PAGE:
Texas-born, Atlanta-raised Zahmyre Harris is using his talent as a soccer player to dismantle barriers and positively influence generations on and off the soccer field.

From playing at a young age, to now competing in the World Cup and Olympics Games for the U.S. Virgin Islands national team, Harris has become a trailblazer in a sport not normally embraced by African American males.

“I started playing soccer when I was 3,” Harris said.  “When you’re young, you don’t really see it as very serious. You just have fun with it.”

As Harris started to further develop his soccer skills, he began to compete alongside older players in youth programs.

“Moving here, I didn’t really know the ins and outs of soccer. I just had natural talent,” he said. “Eventually, I found the right leagues and teams and coaches. I was playing at the highest level possible in the state of Georgia and in the nation.”

Harris later attended Woodland High School in Stockbridge, where he would go on to score 45 goals and rack up 27 assists during his career. He would eventually earn all-conference and all-region honors, along with an offensive player of the year award. 

Though Harris had a number of coaches that aided in the development of his talents, he attests that no one’s support was as important as his father’s.

“I was playing basketball and football…in ninth grade,” Harris said. “My father told me I needed to focus on one sport, and the way he explained it to me was as if he already knew what sport I should choose. And from ninth grade on, I never partook in any other sport. I just decided I was going to put my all into soccer.”

Harris would go on to play collegiate soccer at Georgia Southwestern University and Georgia Southern University.

At the age of 18, Harris became able to compete with the U.S. Virgin Islands national soccer team because his father and paternal grandparents were natives of the territory. As with most Caribbean territories, soccer is the most popular and most celebrated sport among residents of the Virgin Islands.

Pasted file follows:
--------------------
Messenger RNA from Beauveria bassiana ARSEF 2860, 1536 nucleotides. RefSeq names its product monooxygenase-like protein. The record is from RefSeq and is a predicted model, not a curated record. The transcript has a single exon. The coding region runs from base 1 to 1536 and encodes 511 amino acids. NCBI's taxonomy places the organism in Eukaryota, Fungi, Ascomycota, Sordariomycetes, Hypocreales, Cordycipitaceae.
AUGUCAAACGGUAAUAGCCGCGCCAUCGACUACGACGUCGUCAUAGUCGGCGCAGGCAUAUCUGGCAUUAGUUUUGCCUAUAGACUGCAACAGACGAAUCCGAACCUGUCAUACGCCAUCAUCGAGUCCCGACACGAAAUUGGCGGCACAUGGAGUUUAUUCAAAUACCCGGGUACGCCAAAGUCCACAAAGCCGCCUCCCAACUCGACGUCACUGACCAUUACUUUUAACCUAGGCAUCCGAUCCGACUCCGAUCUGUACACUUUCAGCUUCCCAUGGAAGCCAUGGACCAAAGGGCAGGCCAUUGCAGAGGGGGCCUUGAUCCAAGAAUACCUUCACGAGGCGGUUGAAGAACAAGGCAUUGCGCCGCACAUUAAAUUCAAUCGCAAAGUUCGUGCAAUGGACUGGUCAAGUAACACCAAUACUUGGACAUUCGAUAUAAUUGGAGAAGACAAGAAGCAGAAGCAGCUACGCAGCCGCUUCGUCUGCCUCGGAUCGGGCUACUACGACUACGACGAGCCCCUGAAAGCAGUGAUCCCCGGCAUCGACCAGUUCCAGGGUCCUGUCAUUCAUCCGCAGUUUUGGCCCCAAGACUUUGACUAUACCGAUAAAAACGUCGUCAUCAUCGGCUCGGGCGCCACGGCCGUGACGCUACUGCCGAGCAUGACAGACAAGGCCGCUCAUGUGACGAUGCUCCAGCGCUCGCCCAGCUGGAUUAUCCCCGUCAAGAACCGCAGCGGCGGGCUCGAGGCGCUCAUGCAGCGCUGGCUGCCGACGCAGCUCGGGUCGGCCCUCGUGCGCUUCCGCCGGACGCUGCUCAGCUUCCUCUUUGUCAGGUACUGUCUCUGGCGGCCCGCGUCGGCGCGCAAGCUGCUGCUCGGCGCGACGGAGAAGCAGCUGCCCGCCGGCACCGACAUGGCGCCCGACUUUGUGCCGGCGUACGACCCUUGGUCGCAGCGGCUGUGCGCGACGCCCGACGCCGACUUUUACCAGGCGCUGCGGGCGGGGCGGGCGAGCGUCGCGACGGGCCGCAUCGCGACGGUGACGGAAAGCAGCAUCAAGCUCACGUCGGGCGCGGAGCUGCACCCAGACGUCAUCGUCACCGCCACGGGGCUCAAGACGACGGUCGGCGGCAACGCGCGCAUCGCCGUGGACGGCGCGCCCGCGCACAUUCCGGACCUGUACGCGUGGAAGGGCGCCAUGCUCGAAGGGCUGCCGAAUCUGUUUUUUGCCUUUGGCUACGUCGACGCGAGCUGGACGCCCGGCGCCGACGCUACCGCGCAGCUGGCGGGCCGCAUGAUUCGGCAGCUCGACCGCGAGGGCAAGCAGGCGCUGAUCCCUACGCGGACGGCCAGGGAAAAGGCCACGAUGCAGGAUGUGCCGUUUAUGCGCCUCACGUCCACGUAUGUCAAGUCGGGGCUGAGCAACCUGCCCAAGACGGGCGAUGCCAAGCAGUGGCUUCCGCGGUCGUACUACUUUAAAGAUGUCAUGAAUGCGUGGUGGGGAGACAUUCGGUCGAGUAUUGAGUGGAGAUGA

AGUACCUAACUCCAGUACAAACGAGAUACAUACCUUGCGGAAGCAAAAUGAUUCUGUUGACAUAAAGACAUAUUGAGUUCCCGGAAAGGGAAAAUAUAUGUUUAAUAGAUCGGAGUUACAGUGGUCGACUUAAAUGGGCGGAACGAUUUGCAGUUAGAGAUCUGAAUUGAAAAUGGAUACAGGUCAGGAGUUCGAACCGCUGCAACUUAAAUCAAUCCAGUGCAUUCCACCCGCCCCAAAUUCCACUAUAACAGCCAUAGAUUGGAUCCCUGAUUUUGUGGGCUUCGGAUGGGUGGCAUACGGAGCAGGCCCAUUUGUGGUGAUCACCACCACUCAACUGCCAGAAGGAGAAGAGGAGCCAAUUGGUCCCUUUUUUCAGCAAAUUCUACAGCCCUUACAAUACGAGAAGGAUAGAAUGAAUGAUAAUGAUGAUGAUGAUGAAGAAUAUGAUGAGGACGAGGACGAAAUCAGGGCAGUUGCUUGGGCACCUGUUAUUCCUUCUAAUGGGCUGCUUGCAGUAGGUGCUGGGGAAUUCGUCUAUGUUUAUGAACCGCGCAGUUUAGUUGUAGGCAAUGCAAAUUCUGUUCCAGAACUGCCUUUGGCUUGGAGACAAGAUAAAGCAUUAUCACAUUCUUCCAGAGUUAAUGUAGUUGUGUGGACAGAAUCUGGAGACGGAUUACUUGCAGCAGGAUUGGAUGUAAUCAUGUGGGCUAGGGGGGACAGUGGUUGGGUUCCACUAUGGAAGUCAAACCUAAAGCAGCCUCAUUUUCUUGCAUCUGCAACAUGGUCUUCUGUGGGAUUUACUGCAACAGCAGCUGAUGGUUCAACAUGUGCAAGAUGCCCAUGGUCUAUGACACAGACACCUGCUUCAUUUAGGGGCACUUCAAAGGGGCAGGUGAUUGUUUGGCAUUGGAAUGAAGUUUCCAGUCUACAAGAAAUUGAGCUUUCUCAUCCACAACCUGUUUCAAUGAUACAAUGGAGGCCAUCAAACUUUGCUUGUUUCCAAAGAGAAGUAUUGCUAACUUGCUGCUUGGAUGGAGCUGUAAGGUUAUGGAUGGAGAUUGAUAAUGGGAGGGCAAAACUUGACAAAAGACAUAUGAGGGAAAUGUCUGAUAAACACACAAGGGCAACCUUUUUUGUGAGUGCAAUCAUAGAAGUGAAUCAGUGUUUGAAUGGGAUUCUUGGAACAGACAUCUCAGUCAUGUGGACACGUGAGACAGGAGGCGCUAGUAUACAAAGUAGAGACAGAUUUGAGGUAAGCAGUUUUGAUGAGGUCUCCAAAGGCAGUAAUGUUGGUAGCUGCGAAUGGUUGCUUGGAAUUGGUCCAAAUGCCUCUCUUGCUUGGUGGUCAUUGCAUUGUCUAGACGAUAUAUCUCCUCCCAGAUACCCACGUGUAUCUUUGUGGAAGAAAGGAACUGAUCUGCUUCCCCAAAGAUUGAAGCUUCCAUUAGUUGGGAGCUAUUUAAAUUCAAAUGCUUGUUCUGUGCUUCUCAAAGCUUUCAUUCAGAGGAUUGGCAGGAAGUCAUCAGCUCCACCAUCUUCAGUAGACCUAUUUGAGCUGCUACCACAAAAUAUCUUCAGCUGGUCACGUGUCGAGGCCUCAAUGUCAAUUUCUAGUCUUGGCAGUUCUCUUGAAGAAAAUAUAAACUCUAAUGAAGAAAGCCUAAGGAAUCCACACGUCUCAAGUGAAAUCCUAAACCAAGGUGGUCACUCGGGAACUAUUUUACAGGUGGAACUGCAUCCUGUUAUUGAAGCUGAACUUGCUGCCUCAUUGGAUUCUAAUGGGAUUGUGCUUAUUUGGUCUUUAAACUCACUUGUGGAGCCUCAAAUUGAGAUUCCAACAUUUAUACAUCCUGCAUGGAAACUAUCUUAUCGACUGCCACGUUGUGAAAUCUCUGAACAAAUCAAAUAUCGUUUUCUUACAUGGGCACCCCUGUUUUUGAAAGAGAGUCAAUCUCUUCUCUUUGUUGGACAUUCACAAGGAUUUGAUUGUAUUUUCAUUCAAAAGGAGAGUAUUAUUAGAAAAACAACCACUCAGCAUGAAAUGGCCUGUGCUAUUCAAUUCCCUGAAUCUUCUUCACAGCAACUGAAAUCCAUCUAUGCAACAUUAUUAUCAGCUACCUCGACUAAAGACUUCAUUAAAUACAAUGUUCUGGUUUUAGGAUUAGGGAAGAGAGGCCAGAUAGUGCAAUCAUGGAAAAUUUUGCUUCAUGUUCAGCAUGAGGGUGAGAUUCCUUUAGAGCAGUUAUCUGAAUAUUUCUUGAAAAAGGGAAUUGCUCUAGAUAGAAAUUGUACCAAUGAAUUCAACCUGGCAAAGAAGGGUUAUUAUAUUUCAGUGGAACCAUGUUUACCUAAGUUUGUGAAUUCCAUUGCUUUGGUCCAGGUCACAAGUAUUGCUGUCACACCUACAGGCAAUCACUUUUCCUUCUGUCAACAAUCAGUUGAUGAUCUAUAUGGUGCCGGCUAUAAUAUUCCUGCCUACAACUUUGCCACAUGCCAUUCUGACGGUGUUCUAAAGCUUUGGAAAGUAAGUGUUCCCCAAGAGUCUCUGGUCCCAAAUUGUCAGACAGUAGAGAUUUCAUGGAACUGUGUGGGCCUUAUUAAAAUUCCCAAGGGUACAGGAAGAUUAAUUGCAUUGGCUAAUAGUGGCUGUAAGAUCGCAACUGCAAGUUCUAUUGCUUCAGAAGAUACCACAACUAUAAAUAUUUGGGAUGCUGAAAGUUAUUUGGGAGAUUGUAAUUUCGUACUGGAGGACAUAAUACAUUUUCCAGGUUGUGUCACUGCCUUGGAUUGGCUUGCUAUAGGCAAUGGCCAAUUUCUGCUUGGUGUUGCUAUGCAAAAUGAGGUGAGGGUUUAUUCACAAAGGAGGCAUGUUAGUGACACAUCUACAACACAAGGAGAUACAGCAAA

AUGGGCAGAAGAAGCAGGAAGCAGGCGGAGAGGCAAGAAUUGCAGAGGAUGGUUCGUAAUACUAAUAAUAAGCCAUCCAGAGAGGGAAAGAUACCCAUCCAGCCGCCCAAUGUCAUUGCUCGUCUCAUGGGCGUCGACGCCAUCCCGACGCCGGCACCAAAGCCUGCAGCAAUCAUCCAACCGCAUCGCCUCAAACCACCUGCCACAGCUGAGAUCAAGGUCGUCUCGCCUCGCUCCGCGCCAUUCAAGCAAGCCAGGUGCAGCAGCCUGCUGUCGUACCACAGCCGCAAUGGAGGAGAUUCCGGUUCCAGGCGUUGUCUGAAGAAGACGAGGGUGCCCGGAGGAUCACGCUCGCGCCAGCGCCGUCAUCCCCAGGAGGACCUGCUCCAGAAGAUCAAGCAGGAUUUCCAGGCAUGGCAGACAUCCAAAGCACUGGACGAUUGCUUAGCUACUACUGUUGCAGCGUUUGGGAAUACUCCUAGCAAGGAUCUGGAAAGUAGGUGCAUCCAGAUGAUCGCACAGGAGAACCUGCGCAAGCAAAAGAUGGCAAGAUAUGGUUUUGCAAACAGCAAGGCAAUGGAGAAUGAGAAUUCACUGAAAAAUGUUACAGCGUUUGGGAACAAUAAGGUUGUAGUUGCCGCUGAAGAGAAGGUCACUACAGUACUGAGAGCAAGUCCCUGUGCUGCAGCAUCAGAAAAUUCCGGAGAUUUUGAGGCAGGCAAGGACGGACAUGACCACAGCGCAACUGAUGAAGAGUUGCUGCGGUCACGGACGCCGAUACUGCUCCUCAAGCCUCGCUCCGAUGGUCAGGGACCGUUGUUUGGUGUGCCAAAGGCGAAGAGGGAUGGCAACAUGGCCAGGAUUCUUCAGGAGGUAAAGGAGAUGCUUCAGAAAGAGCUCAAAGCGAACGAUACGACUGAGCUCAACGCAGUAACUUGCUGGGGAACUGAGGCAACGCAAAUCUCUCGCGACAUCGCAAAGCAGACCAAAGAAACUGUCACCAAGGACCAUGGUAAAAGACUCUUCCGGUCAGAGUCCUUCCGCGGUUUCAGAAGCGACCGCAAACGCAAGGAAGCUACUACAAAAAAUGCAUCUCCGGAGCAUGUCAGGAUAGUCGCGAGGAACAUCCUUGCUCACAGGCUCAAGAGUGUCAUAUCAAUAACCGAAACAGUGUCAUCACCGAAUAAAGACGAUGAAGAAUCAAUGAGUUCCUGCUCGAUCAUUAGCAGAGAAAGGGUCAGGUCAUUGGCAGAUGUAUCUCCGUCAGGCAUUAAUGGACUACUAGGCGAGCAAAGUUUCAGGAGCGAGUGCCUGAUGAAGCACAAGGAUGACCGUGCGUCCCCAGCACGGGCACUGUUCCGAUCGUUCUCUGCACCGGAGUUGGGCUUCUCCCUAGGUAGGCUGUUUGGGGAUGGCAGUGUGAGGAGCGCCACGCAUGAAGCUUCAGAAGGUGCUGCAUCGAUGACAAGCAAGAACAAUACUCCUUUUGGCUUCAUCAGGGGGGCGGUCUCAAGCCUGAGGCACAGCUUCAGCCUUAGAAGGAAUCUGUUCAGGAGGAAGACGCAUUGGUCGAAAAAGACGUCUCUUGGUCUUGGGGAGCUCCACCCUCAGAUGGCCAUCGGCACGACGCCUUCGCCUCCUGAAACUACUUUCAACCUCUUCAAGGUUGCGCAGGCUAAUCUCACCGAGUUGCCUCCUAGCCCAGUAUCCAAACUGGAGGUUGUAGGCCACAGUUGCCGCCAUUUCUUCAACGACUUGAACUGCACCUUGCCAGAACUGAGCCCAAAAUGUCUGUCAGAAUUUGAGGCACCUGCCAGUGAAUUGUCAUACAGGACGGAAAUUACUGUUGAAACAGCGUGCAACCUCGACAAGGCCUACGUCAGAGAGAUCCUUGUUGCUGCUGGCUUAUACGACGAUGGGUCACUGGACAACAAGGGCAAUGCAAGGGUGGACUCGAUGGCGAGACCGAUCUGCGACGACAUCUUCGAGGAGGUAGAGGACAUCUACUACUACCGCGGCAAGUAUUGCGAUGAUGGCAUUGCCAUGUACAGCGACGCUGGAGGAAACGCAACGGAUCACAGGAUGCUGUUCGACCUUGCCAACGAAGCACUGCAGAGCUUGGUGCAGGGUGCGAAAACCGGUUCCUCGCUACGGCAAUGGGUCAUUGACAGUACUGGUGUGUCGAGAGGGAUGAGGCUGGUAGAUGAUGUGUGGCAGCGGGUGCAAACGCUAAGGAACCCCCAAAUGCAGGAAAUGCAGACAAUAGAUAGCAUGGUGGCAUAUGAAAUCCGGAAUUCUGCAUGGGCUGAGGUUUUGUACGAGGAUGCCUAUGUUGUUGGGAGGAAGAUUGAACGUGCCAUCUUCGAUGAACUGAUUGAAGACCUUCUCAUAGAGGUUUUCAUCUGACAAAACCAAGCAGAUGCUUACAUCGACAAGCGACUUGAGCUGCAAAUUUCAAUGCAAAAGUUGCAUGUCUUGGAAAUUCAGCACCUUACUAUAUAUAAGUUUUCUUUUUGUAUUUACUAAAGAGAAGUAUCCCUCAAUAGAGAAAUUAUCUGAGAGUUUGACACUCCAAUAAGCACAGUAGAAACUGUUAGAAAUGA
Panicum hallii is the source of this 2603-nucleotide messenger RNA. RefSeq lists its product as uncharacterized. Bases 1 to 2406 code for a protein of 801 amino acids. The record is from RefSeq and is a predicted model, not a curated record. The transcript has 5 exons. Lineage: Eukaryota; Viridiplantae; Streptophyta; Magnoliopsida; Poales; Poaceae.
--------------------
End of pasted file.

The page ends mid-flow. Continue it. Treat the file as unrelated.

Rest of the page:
The Virgin Islands national team is relatively young; most of the team’s players are 25 years old or younger. 

“It’s a long process,” Harris said. “It’s a young team that’s growing together, building chemistry. With time, we [will] get better and better. The future is very bright.”

While maintaining a genuine appreciation for the sport of soccer, Harris has also identified socioeconomic barriers that may have possibly prevented the growth of the game in the U.S.

“I feel like the problem that comes with soccer in America as opposed to other countries is that soccer is more so a sport for wealthier people,” Harris said. “A lot of times, you have a lot of players that are good, but a lot of them don’t get the same opportunity if they’re not able to afford to pay to play for these teams. That’s the problem I feel like a lot of people have seen with soccer: you may have somebody who is really good, [but] you will never see them reach the professional level because they didn’t have the [resources].” 

From the time Harris began playing, he has seen an improvement in terms of financial support for soccer players. Teams are now offering more financial aid through scholarships and other means, which enables more athletes to compete.

“It’s good that kids can have an opportunity to play this sport, and everyone has an opportunity regardless of their family’s income, which I think is a good thing,” Harris said.

When asked how soccer can be better supported throughout Atlanta’s Black communities, Harris said,”When I first moved to Atlanta, I would always hear somebody say, ‘You’re Black, and you play soccer? I’ve never heard of that.’ 

“I would like to show kids from Atlanta that soccer is a sport for any race. There are kids who wouldn’t even think about playing soccer, so I would like to spread that [idea] within the community.”

Along with changing the mindset of Black youth about soccer in his hometown, Harris also wants to affect change in Europe. He contends that soccer would be an effective vehicle in combating racism there, given the popularity and potential influence of the sport.

“I feel like soccer would be the perfect sport for that,” Harris said. “You have a lot of people in Europe who will be a fan of a Black or African American player, and then the minute that player [doesn’t] have a good game or makes a mistake, [fans] may use a derogatory or racist term towards them.”

Harris continues to note the growth that soccer has made within the country, and takes pride in the love and support that has come with it.

“It’s a good thing; it’s really nice to see that it’s growing,” Harris said. “When I first moved to Atlanta, there was no professional team, only a semi-professional team. Watching the transition and how things changed and grew so fast with soccer – not just in Atlanta, but in the country – it’s a nice thing to see, because I feel like people around the world love this sport.”